Eduard then went to Huntingdon where he was a 1.5 length second to Wishful Thinking in the Peterborough Chase. He ruined all chance by jumping markedly left that day and to finish so close to a 167 rated chaser when looking inexperienced was a fair performance. The left-handed layout of Prestbury Park and fast pace of the Ryanair should suit Eduard’s strong travelling nature. At 25/1 he looks one of the value bets of the entire week.
Jetson, World Hurdle, 25/1 Ladbrokes NRNB
This piece is beginning to get a bit long so I will keep this one short and sweet. Jetson may be a ten year old but he looks to be improving. Hi last three runs have been in grade one company and all three have been crackers. He finished last season by notching his first win in G1 company by beating the darling of folk who love consecutive winners of moderate races, Quevega, at the Punchestown festival.
He began this season with a 4 length second to the underrated Lieutenant Colonel in the Hattons Grace. Stepped up to 3m at Christmas he got within half a length of that rival when a battling second. That form reads really well in the context of the World Hurdle with classy rivals Monksland, Dedigout and Glens Melody all well beaten.
I actually think Lieutenant Colonel is the most likely winner of the World Hurdle but the discrepancy in price between him and Jetson seems too big given what they have both achieved, and a small each way investment on Jessie Harrington’s likeable charge looks warranted.
Devilment, Triumph Hurdle, 25/1 Boylesports NRNB
The market for the Triumph looks outrageously lopsided with Peace and Co one of the worst 9/4 favourites I can ever remember. Yes he has looked very good to date but he certainly hasn’t looked a straightforward ride and against any number of unexposed sorts he rates the lay of the festival. I wouldn’t back him at 4/1, let alone 9/4 so by definition there must be value in this market.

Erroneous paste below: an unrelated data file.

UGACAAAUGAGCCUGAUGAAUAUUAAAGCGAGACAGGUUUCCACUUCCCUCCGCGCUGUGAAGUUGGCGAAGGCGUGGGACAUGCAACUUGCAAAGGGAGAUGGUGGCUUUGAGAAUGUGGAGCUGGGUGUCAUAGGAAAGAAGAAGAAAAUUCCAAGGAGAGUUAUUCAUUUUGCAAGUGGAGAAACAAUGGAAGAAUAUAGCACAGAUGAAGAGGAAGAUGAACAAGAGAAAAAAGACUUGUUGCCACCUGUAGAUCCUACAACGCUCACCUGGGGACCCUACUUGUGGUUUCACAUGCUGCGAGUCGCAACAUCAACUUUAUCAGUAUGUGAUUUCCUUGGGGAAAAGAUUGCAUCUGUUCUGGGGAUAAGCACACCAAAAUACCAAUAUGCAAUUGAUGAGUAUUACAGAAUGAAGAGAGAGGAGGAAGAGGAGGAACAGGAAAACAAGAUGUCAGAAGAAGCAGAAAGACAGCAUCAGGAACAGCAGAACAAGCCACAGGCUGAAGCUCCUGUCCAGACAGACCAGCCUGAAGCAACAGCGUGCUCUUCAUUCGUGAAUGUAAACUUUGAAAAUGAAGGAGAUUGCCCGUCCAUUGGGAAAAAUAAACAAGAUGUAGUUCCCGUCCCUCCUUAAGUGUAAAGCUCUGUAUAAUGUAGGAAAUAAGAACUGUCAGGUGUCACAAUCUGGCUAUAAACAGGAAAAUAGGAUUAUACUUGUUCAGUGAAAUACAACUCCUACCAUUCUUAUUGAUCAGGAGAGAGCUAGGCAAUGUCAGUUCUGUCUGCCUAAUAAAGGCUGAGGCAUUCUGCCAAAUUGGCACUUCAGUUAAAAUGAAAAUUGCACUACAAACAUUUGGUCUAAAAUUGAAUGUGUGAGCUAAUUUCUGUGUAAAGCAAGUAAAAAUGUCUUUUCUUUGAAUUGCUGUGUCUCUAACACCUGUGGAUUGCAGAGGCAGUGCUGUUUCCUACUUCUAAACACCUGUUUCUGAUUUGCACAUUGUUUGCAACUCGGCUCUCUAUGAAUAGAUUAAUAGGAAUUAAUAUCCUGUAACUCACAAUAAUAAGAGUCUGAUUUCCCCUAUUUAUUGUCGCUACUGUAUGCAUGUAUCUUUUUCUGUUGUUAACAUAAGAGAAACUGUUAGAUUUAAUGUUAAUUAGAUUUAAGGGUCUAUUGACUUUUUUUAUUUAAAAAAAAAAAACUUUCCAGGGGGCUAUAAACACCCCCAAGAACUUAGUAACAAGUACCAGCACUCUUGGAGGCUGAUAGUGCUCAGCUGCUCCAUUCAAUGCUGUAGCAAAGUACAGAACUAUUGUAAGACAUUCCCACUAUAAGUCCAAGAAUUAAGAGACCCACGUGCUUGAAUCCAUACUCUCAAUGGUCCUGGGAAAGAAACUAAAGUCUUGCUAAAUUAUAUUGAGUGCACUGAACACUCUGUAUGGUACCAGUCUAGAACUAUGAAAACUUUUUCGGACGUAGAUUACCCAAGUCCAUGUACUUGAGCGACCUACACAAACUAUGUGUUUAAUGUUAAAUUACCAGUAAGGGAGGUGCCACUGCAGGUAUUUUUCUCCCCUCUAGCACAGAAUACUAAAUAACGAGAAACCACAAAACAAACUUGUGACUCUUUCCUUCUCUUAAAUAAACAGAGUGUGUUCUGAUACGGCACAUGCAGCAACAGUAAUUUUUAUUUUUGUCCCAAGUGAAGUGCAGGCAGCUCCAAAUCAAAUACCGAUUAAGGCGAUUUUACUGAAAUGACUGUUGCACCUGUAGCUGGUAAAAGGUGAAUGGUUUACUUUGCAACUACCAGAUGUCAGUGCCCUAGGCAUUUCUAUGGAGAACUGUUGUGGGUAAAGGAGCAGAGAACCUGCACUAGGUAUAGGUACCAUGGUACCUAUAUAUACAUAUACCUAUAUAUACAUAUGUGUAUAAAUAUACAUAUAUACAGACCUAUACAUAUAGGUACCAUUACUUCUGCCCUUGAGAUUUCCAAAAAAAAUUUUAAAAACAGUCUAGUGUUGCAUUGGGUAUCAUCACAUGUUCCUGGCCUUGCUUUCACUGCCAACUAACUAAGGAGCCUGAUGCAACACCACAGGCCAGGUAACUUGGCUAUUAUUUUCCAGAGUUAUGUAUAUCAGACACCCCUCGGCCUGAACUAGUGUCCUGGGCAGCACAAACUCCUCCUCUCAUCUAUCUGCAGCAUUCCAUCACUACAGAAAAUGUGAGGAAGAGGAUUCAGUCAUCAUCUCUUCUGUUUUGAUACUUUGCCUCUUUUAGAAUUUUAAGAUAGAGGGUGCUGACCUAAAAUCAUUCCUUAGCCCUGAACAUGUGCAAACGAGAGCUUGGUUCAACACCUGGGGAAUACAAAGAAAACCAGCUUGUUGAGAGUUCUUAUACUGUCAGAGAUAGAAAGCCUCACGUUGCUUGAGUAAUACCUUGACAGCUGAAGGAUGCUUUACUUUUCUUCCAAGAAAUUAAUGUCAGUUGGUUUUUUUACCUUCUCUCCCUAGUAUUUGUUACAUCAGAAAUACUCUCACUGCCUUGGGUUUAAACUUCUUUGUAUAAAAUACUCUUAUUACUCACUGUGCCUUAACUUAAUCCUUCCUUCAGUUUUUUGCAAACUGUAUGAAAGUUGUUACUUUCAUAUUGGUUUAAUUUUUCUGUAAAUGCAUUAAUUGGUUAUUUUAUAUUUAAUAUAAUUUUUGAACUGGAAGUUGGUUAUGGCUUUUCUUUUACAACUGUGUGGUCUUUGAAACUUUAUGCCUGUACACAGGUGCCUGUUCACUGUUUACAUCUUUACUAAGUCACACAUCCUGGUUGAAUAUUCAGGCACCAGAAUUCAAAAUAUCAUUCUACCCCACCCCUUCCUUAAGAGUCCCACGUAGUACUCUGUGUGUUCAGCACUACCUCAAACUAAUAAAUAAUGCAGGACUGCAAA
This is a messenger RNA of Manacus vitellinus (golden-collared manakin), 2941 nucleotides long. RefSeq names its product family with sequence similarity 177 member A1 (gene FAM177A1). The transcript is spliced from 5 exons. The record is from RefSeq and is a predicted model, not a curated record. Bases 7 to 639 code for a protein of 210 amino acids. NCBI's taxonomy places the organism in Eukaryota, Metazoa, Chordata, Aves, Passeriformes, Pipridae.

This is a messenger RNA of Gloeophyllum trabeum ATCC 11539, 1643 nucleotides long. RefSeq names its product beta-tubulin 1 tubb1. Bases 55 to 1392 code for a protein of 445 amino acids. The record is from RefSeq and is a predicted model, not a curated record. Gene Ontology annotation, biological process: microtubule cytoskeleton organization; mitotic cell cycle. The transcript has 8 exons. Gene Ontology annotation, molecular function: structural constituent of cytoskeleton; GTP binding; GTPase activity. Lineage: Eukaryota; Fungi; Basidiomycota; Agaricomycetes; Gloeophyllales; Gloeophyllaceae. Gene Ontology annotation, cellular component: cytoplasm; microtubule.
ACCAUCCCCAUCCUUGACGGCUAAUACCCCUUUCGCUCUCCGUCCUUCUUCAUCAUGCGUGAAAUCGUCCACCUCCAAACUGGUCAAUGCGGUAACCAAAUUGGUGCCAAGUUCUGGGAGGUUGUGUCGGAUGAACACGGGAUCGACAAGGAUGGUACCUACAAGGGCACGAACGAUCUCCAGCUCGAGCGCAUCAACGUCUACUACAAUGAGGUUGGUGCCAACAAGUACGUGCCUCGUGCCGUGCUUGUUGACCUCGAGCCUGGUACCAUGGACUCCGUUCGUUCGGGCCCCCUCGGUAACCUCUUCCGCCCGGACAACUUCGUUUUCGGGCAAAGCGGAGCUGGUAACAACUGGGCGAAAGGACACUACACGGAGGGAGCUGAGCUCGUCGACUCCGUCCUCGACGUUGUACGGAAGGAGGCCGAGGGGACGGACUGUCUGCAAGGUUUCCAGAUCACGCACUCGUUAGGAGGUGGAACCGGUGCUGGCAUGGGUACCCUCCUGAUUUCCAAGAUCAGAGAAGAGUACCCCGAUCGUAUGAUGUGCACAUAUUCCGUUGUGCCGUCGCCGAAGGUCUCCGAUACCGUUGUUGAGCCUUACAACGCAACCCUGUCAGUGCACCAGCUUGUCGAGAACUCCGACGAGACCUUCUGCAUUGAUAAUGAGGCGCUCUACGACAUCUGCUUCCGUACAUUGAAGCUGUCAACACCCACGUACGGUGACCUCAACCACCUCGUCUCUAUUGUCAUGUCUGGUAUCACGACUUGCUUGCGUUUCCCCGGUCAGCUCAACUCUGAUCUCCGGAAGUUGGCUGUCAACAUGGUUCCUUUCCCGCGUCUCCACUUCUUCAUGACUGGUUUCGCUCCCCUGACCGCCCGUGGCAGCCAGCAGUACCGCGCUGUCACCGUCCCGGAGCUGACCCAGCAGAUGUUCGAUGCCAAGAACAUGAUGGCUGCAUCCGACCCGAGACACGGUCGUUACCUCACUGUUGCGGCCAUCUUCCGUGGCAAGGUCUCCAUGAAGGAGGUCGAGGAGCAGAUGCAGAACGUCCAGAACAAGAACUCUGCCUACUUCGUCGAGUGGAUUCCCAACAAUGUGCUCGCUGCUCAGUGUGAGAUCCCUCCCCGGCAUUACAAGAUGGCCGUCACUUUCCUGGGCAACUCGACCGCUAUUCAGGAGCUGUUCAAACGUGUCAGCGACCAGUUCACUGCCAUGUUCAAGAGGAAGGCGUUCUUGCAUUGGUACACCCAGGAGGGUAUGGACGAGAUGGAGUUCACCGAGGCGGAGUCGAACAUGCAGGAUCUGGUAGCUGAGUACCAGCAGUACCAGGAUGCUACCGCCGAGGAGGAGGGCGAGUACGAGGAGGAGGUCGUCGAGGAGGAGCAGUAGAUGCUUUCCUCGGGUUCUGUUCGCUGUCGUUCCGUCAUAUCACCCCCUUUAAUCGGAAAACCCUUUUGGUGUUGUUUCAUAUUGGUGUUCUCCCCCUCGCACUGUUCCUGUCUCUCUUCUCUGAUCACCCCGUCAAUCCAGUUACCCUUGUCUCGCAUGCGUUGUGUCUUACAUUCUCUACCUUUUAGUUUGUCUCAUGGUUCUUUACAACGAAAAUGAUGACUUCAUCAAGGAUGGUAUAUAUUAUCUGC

The Irish challenge looks underrated as usual. For the last two years everyone has crabbed the Irish juveniles only for Our Conor and Tiger Roll to come out and show why Leopardstown form is the form when it comes to festival pointers. If you could get a price of 2/1 or bigger on an Irish trained winner that would be worth snapping up.
However for the purposes of longshots none of the Irish horses meet my self-imposed 25/1 or bigger criteria and the one I like at the prices is Devilment, with the NRNB concession essential in this instance as he may wait for Aintree.
One of these years John Ferguson is going to explode on to the Festival scene and perhaps Devilment could be the horse to do launch him into the winners enclosure for the first time. The first reason to fancy this regally bred son of Cape Cross is his flat background. There is a strong trend for Triumph winners to come from the flat game and of those who do, only one horse was rated lower than 80 in the past 20 years. Devilment certainly has the requisite class, having achieved a rating of 94 on the level for Charlie Appleby.
His hurdles form is even better. On debut at Plumpton he chased home the 140 rated Pain Au Chocolat, while doing all his best work at the finish. The promise of that run was confirmed when he bolted up at Wetherby subsequently. He improved further to win an ok looking contest at Doncaster under a penalty. The way in which he travelled and jumped was eye-catching that day and the strong pace of a Triumph looks sure to suit his strengths. Unlike a lot of Ferguson’s horses he doesn’t look to have any quirks and it is not hard to envisage him travelling sweetly and swinging off the bridle two out at Cheltenham. Whether he is good enough to beat the likes of Beltor and Petite Parisien is another story but I’ll be paying to find out at a juicy price.
So there we have it. 2,000 words of bluster and hot air. If you managed to read the whole thing, thank you and well done for your remarkable staying power. I’ll buy you a pint if my life changing super yankee (NRNB with B365) manages to strike!